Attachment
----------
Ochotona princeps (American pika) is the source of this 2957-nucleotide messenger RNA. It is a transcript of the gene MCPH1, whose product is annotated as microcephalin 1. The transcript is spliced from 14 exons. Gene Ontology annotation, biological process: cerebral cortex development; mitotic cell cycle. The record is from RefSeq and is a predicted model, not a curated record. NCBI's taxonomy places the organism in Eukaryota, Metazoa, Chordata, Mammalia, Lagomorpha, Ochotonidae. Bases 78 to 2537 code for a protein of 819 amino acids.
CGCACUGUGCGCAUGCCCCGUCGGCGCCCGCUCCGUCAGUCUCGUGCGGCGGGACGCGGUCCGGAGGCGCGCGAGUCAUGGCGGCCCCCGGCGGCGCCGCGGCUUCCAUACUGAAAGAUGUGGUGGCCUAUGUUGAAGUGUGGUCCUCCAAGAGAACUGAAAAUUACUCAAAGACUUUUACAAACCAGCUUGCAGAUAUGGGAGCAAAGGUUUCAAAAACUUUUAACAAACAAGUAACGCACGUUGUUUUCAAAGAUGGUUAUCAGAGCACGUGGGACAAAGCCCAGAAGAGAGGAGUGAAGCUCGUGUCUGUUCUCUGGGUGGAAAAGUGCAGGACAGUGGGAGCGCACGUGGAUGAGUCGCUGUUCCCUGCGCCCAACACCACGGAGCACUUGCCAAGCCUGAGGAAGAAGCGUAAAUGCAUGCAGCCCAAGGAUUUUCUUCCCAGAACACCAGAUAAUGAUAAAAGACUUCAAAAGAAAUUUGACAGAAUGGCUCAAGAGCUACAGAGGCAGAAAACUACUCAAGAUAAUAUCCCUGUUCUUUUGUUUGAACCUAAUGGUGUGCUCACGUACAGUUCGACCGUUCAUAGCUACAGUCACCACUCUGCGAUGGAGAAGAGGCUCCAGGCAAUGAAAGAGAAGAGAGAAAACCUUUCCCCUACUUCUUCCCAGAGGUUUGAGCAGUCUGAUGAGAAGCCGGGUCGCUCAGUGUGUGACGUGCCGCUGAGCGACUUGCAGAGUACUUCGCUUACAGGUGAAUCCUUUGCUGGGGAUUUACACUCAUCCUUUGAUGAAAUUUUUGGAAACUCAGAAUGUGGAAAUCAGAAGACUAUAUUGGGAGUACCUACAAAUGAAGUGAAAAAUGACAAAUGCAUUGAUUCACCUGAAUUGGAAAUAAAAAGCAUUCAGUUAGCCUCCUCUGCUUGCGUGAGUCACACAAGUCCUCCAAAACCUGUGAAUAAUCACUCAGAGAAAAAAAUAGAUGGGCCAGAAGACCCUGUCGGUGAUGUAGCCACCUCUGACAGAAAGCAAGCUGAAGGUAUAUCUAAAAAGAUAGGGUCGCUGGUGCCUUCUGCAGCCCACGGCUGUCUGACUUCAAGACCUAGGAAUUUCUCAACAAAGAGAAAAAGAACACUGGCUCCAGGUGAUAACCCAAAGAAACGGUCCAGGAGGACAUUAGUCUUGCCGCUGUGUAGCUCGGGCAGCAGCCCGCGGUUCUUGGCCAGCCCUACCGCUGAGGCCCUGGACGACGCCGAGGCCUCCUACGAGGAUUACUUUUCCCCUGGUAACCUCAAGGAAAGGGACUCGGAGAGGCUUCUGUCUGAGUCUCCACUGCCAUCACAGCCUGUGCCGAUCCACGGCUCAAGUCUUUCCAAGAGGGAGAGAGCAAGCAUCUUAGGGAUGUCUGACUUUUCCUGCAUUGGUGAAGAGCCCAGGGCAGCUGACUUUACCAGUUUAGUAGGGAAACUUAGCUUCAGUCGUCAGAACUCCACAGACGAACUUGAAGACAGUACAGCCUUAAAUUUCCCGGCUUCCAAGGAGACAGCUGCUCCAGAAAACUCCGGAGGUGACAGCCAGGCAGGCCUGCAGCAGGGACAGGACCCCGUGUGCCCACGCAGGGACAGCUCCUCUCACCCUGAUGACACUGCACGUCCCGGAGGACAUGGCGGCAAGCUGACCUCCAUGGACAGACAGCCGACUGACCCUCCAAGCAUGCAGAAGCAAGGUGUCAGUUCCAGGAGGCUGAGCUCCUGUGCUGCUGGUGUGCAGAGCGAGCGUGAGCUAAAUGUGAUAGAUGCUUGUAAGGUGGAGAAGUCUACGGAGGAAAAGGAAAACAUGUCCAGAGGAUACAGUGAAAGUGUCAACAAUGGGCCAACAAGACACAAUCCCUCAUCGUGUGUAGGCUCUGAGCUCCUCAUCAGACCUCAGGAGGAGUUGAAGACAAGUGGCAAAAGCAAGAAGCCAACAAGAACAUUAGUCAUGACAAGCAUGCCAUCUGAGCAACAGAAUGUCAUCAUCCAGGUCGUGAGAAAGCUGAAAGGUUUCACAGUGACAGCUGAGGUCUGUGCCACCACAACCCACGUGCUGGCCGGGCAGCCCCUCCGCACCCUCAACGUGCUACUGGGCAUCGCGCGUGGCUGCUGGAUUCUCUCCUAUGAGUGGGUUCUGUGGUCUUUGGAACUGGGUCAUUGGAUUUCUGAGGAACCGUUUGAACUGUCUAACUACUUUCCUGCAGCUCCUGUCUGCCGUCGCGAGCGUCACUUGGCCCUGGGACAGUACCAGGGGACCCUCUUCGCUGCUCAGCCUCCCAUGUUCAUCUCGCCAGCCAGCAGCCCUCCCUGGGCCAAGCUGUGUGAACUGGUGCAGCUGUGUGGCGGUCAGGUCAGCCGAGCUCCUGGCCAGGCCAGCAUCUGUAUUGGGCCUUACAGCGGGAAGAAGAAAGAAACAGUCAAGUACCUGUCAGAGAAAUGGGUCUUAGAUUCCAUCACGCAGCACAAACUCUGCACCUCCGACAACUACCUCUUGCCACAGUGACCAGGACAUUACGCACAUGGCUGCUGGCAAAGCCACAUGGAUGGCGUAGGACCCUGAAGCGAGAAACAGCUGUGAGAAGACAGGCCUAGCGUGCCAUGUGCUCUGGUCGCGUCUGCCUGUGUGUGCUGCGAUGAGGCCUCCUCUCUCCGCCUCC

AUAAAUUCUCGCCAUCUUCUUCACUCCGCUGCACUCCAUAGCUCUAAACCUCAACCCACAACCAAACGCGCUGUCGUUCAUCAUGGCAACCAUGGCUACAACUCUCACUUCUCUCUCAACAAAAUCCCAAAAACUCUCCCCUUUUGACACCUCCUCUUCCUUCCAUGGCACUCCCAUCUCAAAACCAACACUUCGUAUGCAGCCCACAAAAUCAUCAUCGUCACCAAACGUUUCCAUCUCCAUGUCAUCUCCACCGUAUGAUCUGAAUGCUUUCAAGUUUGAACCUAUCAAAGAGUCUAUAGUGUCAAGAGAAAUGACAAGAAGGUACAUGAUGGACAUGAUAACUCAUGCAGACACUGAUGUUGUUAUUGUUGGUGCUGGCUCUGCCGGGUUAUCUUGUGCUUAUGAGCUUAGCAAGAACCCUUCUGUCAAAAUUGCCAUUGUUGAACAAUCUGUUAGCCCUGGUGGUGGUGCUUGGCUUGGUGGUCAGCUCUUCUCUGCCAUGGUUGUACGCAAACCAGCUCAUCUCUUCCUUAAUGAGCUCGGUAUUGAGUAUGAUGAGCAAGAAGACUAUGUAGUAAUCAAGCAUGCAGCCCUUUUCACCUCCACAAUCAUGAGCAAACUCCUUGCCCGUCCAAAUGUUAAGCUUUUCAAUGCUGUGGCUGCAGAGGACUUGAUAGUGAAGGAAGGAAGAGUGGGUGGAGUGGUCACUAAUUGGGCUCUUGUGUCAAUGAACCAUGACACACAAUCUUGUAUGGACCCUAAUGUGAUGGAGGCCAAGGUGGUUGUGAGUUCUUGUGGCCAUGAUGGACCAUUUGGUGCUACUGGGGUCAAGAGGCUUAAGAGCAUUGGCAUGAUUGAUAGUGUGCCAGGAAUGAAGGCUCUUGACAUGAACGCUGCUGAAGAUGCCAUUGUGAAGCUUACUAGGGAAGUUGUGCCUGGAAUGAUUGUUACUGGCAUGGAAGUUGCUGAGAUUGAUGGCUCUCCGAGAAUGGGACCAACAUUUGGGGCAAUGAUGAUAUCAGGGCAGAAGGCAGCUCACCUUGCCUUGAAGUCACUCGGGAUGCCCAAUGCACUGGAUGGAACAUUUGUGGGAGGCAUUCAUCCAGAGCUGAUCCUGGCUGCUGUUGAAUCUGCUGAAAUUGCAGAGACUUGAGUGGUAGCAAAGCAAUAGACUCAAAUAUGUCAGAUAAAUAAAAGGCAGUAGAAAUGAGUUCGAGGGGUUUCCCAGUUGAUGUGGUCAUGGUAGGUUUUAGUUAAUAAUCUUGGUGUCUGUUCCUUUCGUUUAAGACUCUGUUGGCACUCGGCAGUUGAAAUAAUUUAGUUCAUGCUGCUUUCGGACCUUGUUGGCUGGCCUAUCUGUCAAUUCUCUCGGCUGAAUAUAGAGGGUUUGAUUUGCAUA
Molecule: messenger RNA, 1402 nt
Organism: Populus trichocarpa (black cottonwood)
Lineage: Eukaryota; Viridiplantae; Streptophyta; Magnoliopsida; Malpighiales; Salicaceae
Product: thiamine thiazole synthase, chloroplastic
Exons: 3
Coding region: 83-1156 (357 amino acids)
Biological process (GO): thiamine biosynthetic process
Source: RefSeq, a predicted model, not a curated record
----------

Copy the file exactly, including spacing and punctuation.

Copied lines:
Ochotona princeps (American pika) is the source of this 2957-nucleotide messenger RNA. It is a transcript of the gene MCPH1, whose product is annotated as microcephalin 1. The transcript is spliced from 14 exons. Gene Ontology annotation, biological process: cerebral cortex development; mitotic cell cycle. The record is from RefSeq and is a predicted model, not a curated record. NCBI's taxonomy places the organism in Eukaryota, Metazoa, Chordata, Mammalia, Lagomorpha, Ochotonidae. Bases 78 to 2537 code for a protein of 819 amino acids.
CGCACUGUGCGCAUGCCCCGUCGGCGCCCGCUCCGUCAGUCUCGUGCGGCGGGACGCGGUCCGGAGGCGCGCGAGUCAUGGCGGCCCCCGGCGGCGCCGCGGCUUCCAUACUGAAAGAUGUGGUGGCCUAUGUUGAAGUGUGGUCCUCCAAGAGAACUGAAAAUUACUCAAAGACUUUUACAAACCAGCUUGCAGAUAUGGGAGCAAAGGUUUCAAAAACUUUUAACAAACAAGUAACGCACGUUGUUUUCAAAGAUGGUUAUCAGAGCACGUGGGACAAAGCCCAGAAGAGAGGAGUGAAGCUCGUGUCUGUUCUCUGGGUGGAAAAGUGCAGGACAGUGGGAGCGCACGUGGAUGAGUCGCUGUUCCCUGCGCCCAACACCACGGAGCACUUGCCAAGCCUGAGGAAGAAGCGUAAAUGCAUGCAGCCCAAGGAUUUUCUUCCCAGAACACCAGAUAAUGAUAAAAGACUUCAAAAGAAAUUUGACAGAAUGGCUCAAGAGCUACAGAGGCAGAAAACUACUCAAGAUAAUAUCCCUGUUCUUUUGUUUGAACCUAAUGGUGUGCUCACGUACAGUUCGACCGUUCAUAGCUACAGUCACCACUCUGCGAUGGAGAAGAGGCUCCAGGCAAUGAAAGAGAAGAGAGAAAACCUUUCCCCUACUUCUUCCCAGAGGUUUGAGCAGUCUGAUGAGAAGCCGGGUCGCUCAGUGUGUGACGUGCCGCUGAGCGACUUGCAGAGUACUUCGCUUACAGGUGAAUCCUUUGCUGGGGAUUUACACUCAUCCUUUGAUGAAAUUUUUGGAAACUCAGAAUGUGGAAAUCAGAAGACUAUAUUGGGAGUACCUACAAAUGAAGUGAAAAAUGACAAAUGCAUUGAUUCACCUGAAUUGGAAAUAAAAAGCAUUCAGUUAGCCUCCUCUGCUUGCGUGAGUCACACAAGUCCUCCAAAACCUGUGAAUAAUCACUCAGAGAAAAAAAUAGAUGGGCCAGAAGACCCUGUCGGUGAUGUAGCCACCUCUGACAGAAAGCAAGCUGAAGGUAUAUCUAAAAAGAUAGGGUCGCUGGUGCCUUCUGCAGCCCACGGCUGUCUGACUUCAAGACCUAGGAAUUUCUCAACAAAGAGAAAAAGAACACUGGCUCCAGGUGAUAACCCAAAGAAACGGUCCAGGAGGACAUUAGUCUUGCCGCUGUGUAGCUCGGGCAGCAGCCCGCGGUUCUUGGCCAGCCCUACCGCUGAGGCCCUGGACGACGCCGAGGCCUCCUACGAGGAUUACUUUUCCCCUGGUAACCUCAAGGAAAGGGACUCGGAGAGGCUUCUGUCUGAGUCUCCACUGCCAUCACAGCCUGUGCCGAUCCACGGCUCAAGUCUUUCCAAGAGGGAGAGAGCAAGCAUCUUAGGGAUGUCUGACUUUUCCUGCAUUGGUGAAGAGCCCAGGGCAGCUGACUUUACCAGUUUAGUAGGGAAACUUAGCUUCAGUCGUCAGAACUCCACAGACGAACUUGAAGACAGUACAGCCUUAAAUUUCCCGGCUUCCAAGGAGACAGCUGCUCCAGAAAACUCCGGAGGUGACAGCCAGGCAGGCCUGCAGCAGGGACAGGACCCCGUGUGCCCACGCAGGGACAGCUCCUCUCACCCUGAUGACACUGCACGUCCCGGAGGACAUGGCGGCAAGCUGACCUCCAUGGACAGACAGCCGACUGACCCUCCAAGCAUGCAGAAGCAAGGUGUCAGUUCCAGGAGGCUGAGCUCCUGUGCUGCUGGUGUGCAGAGCGAGCGUGAGCUAAAUGUGAUAGAUGCUUGUAAGGUGGAGAAGUCUACGGAGGAAAAGGAAAACAUGUCCAGAGGAUACAGUGAAAGUGUCAACAAUGGGCCAACAAGACACAAUCCCUCAUCGUGUGUAGGCUCUGAGCUCCUCAUCAGACCUCAGGAGGAGUUGAAGACAAGUGGCAAAAGCAAGAAGCCAACAAGAACAUUAGUCAUGACAAGCAUGCCAUCUGAGCAACAGAAUGUCAUCAUCCAGGUCGUGAGAAAGCUGAAAGGUUUCACAGUGACAGCUGAGGUCUGUGCCACCACAACCCACGUGCUGGCCGGGCAGCCCCUCCGCACCCUCAACGUGCUACUGGGCAUCGCGCGUGGCUGCUGGAUUCUCUCCUAUGAGUGGGUUCUGUGGUCUUUGGAACUGGGUCAUUGGAUUUCUGAGGAACCGUUUGAACUGUCUAACUACUUUCCUGCAGCUCCUGUCUGCCGUCGCGAGCGUCACUUGGCCCUGGGACAGUACCAGGGGACCCUCUUCGCUGCUCAGCCUCCCAUGUUCAUCUCGCCAGCCAGCAGCCCUCCCUGGGCCAAGCUGUGUGAACUGGUGCAGCUGUGUGGCGGUCAGGUCAGCCGAGCUCCUGGCCAGGCCAGCAUCUGUAUUGGGCCUUACAGCGGGAAGAAGAAAGAAACAGUCAAGUACCUGUCAGAGAAAUGGGUCUUAGAUUCCAUCACGCAGCACAAACUCUGCACCUCCGACAACUACCUCUUGCCACAGUGACCAGGACAUUACGCACAUGGCUGCUGGCAAAGCCACAUGGAUGGCGUAGGACCCUGAAGCGAGAAACAGCUGUGAGAAGACAGGCCUAGCGUGCCAUGUGCUCUGGUCGCGUCUGCCUGUGUGUGCUGCGAUGAGGCCUCCUCUCUCCGCCUCC

AUAAAUUCUCGCCAUCUUCUUCACUCCGCUGCACUCCAUAGCUCUAAACCUCAACCCACAACCAAACGCGCUGUCGUUCAUCAUGGCAACCAUGGCUACAACUCUCACUUCUCUCUCAACAAAAUCCCAAAAACUCUCCCCUUUUGACACCUCCUCUUCCUUCCAUGGCACUCCCAUCUCAAAACCAACACUUCGUAUGCAGCCCACAAAAUCAUCAUCGUCACCAAACGUUUCCAUCUCCAUGUCAUCUCCACCGUAUGAUCUGAAUGCUUUCAAGUUUGAACCUAUCAAAGAGUCUAUAGUGUCAAGAGAAAUGACAAGAAGGUACAUGAUGGACAUGAUAACUCAUGCAGACACUGAUGUUGUUAUUGUUGGUGCUGGCUCUGCCGGGUUAUCUUGUGCUUAUGAGCUUAGCAAGAACCCUUCUGUCAAAAUUGCCAUUGUUGAACAAUCUGUUAGCCCUGGUGGUGGUGCUUGGCUUGGUGGUCAGCUCUUCUCUGCCAUGGUUGUACGCAAACCAGCUCAUCUCUUCCUUAAUGAGCUCGGUAUUGAGUAUGAUGAGCAAGAAGACUAUGUAGUAAUCAAGCAUGCAGCCCUUUUCACCUCCACAAUCAUGAGCAAACUCCUUGCCCGUCCAAAUGUUAAGCUUUUCAAUGCUGUGGCUGCAGAGGACUUGAUAGUGAAGGAAGGAAGAGUGGGUGGAGUGGUCACUAAUUGGGCUCUUGUGUCAAUGAACCAUGACACACAAUCUUGUAUGGACCCUAAUGUGAUGGAGGCCAAGGUGGUUGUGAGUUCUUGUGGCCAUGAUGGACCAUUUGGUGCUACUGGGGUCAAGAGGCUUAAGAGCAUUGGCAUGAUUGAUAGUGUGCCAGGAAUGAAGGCUCUUGACAUGAACGCUGCUGAAGAUGCCAUUGUGAAGCUUACUAGGGAAGUUGUGCCUGGAAUGAUUGUUACUGGCAUGGAAGUUGCUGAGAUUGAUGGCUCUCCGAGAAUGGGACCAACAUUUGGGGCAAUGAUGAUAUCAGGGCAGAAGGCAGCUCACCUUGCCUUGAAGUCACUCGGGAUGCCCAAUGCACUGGAUGGAACAUUUGUGGGAGGCAUUCAUCCAGAGCUGAUCCUGGCUGCUGUUGAAUCUGCUGAAAUUGCAGAGACUUGAGUGGUAGCAAAGCAAUAGACUCAAAUAUGUCAGAUAAAUAAAAGGCAGUAGAAAUGAGUUCGAGGGGUUUCCCAGUUGAUGUGGUCAUGGUAGGUUUUAGUUAAUAAUCUUGGUGUCUGUUCCUUUCGUUUAAGACUCUGUUGGCACUCGGCAGUUGAAAUAAUUUAGUUCAUGCUGCUUUCGGACCUUGUUGGCUGGCCUAUCUGUCAAUUCUCUCGGCUGAAUAUAGAGGGUUUGAUUUGCAUA
Molecule: messenger RNA, 1402 nt
Organism: Populus trichocarpa (black cottonwood)
Lineage: Eukaryota; Viridiplantae; Streptophyta; Magnoliopsida; Malpighiales; Salicaceae
Product: thiamine thiazole synthase, chloroplastic
Exons: 3
Coding region: 83-1156 (357 amino acids)
Biological process (GO): thiamine biosynthetic process
Source: RefSeq, a predicted model, not a curated record